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Representatives from CNI member organizations gather twice annually to explore new technologies, content, and applications; to further collaboration; to analyze technology policy issues; and to catalyze the development and deployment of new projects. Each member organization may send two representatives. Visit https://www.cni.org/mm/spring-2017 for more information.
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Monday, April 3 • 4:15pm - 5:15pm
Understanding Usage, Impact, and Pitfalls in Research Data Analytics

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"Polluted Leftovers: Repository Metrics from the Perspective of a Most Downloaded Item" (Wheeler, Arlitsch)

Over- and under-reporting of item downloads within institutional repositories (IR) are known issues which largely derive from inconsistent measurement of bot activity. The challenges of identifying and filtering the activity of "bad" versus "good" bots can fall outside the interest and scope of duties for repository managers, while the abundance of metrics applications and configurations among common IR platforms can contribute to rather than alleviate existing complexities. In this project briefing, librarians from Montana State University and the University of New Mexico (UNM) present a mapping of DSpace Solr log to Google Analytics data together with the outcomes of the resulting analysis. By telling the discovery and access "stories" of the most downloaded items from UNM's IR, LoboVault, presenters will characterize human and bot behaviors which illustrate the reporting challenges facing repository managers and the contrasts between metrics services.

"Making Data Count: Promoting Open Data Through Usage and Impact Tracking" (Abrams)

Research data are fundamental to the success of the academic enterprise. However, the primary vehicle for scholarly credit and accountability remains the journal article, and the academic community still gauges the impact of scholarship primarily through article citation and usage statistics. How can we expand this to include research data? The challenge in doing so is that the complex, aggregative, and often dynamic nature and use of datasets is quite different from that of publications. Any solution will require the development of new modes for tracking impact through data-level metrics (DLM). The widespread availability of such measures would constitute an important incentive for promoting open data principles and encouraging adoption of research data management best practices. Our project, Making Data Count (MDC), aims to do just that: to build the necessary social and technical infrastructure to support data as first class research outputs. The MDC team (including the California Digital Library, COUNTER, DataCite, and DataONE) are working together to publish a new COUNTER recommendation on data usage statistics; launch a DataCite-hosted MDC service for aggregated DLM based on the open-source Lagotto platform; and to build tools for data repository and discovery services to easily integrate with the new MDC service. This effort will provide a clear path for data outputs to be given better recognition and fuller integration into the scholarly ecosystem and workflows.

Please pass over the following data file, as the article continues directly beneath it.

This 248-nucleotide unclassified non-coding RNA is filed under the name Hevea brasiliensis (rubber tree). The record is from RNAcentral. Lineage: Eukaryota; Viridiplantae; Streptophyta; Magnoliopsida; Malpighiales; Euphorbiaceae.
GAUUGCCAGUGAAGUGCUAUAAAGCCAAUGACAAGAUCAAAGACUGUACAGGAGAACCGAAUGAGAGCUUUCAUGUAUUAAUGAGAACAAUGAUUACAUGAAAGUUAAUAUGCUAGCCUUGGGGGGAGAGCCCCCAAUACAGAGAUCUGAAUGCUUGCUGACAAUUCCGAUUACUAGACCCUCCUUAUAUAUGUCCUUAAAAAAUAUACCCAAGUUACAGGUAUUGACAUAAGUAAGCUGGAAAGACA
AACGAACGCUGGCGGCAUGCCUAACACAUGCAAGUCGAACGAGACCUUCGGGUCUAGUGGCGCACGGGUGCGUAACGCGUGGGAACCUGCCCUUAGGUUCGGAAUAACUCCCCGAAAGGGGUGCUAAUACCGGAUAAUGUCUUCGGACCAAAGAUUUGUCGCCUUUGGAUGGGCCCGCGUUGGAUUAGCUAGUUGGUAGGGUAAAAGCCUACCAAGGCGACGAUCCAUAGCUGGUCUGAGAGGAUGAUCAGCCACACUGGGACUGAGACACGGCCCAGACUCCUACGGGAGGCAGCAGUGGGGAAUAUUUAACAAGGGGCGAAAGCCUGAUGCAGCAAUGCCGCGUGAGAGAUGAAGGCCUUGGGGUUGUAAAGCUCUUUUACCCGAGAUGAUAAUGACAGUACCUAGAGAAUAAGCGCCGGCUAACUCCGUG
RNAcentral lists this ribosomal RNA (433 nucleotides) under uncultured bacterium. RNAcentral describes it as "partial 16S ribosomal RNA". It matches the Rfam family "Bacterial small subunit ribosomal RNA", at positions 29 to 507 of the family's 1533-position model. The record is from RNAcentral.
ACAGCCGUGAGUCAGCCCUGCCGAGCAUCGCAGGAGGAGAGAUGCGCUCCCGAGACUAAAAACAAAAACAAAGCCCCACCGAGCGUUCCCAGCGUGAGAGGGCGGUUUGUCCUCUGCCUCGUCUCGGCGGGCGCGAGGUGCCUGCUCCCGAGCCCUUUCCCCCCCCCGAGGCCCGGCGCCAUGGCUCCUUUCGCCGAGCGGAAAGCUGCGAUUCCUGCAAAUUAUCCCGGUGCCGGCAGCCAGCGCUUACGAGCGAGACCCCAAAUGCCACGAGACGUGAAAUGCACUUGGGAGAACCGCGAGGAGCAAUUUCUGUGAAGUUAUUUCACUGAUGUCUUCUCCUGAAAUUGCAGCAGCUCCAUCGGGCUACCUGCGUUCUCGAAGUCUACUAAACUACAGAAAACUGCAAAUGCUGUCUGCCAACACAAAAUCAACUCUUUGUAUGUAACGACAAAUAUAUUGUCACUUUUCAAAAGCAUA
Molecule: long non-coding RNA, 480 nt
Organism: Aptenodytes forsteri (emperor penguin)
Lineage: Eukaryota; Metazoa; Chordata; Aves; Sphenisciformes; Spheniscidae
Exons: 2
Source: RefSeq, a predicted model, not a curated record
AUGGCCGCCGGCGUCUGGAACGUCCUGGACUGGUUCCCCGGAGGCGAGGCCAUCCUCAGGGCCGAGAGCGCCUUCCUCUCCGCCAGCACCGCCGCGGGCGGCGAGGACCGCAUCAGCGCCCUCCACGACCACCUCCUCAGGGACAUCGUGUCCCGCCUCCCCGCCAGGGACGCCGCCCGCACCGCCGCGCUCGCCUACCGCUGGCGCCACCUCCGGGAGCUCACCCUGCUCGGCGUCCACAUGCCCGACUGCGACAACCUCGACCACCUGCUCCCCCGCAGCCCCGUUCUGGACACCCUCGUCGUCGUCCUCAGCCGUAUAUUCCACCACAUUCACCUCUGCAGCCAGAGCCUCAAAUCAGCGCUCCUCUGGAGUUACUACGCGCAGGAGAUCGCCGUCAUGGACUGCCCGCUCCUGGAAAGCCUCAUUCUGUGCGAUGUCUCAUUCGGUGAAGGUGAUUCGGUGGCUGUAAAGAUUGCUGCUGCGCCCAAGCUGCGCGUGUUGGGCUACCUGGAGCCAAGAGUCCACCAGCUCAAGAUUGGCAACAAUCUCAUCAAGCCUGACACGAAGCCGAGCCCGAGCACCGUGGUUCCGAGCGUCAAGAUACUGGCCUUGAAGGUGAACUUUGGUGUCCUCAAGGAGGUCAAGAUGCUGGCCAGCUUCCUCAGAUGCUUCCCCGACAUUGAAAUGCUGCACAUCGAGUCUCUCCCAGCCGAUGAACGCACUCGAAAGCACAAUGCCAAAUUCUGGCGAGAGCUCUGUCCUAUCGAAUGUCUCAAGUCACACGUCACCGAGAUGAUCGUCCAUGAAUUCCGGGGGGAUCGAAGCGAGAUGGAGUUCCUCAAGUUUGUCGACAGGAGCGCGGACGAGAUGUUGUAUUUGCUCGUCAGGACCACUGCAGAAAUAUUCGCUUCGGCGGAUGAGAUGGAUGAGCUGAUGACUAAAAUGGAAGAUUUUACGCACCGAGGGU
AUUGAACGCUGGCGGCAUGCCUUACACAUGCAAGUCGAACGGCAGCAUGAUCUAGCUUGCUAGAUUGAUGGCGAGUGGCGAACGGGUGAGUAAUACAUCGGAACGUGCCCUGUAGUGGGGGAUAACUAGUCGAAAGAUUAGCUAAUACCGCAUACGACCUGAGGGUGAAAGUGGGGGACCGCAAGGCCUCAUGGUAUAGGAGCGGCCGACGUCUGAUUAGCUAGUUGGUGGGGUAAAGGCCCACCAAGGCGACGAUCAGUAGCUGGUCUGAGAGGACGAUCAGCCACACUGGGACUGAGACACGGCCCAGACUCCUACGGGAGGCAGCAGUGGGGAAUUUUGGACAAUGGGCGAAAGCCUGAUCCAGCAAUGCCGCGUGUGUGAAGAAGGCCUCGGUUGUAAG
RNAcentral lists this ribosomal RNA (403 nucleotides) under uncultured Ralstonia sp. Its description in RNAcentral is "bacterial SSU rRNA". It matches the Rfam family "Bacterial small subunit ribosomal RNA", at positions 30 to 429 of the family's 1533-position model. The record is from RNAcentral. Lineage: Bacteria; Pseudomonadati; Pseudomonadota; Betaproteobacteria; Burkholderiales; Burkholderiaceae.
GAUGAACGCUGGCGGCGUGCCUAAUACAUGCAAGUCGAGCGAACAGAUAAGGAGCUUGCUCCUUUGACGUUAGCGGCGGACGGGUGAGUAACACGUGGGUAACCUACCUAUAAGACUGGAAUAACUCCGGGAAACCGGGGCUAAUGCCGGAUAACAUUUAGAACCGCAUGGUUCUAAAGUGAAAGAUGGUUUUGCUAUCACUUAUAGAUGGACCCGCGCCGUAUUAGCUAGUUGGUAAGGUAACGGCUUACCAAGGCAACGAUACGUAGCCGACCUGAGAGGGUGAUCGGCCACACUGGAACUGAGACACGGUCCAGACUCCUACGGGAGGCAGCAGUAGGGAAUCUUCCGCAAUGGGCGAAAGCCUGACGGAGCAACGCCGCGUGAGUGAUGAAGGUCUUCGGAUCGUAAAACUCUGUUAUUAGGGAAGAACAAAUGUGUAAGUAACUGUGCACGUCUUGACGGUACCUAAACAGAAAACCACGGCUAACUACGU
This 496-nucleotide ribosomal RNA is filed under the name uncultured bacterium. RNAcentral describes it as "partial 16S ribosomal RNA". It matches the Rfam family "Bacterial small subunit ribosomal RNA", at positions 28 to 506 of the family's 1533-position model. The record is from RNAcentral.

Stephen Abrams

Associate Director, UC Curation Center, California Digital Library
avatar for Kenning Arlitsch

Kenning Arlitsch

Dean of the Library, Montana State University

Jonathan Wheeler

Data Curation Librarian, University of New Mexico

Monday April 3, 2017 4:15pm - 5:15pm
Fiesta III-IV